Eastlake Style Ornamentation
The Eastlake Style was simply a decorative style of ornamentation found on houses of various other Victorian styles, primarily the Queen Anne and Stick styles. It is named after Charles L. Eastlake, an English architect who wrote Hints on Household Taste, published in 1868. The book was reprinted in America in 1872 and became so popular that it required six editions within eleven years.
In his book, Eastlake promotes a peculiar kind of furniture and interior decoration that was angular, notched and carved, and deliberately opposed to the curved shapes of French Baroque Revival Styles such as the Second Empire. Traditionally, furniture makers imitated architectural forms, but Eastlake reversed this process. Eastlake houses had architectural ornamentation that had copied the furniture inside the house. American house builders found their own interpretations of the Eastlake Style, much to the displeasure of Eastlake himself.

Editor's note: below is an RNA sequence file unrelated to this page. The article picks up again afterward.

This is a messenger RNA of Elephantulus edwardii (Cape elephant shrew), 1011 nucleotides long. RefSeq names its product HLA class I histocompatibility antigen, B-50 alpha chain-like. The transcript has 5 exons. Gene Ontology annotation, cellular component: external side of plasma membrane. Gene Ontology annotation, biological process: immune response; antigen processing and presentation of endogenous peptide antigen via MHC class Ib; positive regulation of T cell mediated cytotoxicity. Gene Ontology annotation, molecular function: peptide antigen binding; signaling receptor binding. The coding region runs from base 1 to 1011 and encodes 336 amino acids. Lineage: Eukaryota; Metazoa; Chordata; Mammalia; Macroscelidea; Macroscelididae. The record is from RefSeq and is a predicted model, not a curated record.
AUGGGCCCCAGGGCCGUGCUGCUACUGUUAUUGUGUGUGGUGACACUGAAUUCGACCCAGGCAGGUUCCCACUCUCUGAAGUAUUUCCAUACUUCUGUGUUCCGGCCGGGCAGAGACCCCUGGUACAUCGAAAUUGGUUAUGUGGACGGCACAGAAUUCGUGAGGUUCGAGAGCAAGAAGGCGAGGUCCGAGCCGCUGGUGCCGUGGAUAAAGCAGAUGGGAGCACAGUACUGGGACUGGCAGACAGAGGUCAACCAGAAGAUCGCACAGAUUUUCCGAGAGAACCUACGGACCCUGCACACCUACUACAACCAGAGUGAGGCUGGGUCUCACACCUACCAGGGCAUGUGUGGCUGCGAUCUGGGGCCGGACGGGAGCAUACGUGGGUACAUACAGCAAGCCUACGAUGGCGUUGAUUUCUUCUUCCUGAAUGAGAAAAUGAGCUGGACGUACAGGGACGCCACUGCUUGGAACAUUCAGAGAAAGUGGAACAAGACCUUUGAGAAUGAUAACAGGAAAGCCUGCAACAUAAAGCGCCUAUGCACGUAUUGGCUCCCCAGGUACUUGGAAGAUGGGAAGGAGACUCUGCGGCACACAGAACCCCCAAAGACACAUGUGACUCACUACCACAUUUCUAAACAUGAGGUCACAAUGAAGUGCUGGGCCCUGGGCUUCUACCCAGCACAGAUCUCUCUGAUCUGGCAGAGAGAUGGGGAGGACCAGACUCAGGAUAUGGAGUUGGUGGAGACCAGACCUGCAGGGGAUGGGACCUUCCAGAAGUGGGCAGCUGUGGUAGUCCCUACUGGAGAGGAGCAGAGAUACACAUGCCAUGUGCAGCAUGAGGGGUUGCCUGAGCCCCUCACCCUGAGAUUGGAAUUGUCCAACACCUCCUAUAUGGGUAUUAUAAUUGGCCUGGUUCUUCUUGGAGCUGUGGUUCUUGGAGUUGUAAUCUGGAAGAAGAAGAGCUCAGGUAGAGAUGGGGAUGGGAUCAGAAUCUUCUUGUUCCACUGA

Porch posts, railings, and balustrades were characterized by a massive, oversized, and robust Eastlake quality; but over the years they became more curvilinear, more Baroque in style. This was a result not only of the independent minds of American architects and builders, but also of the need to have these members machine made—turned on a mechanical lathe.
Builders and architects, influenced by the Queen Anne style put no limits on the arrangement of forms or the amount of ornamentation on the exterior of the Eastlake house. Many of the pieces of the house had to be ordered by catalog and assembled at the housebuilding site, like a large piece of furniture.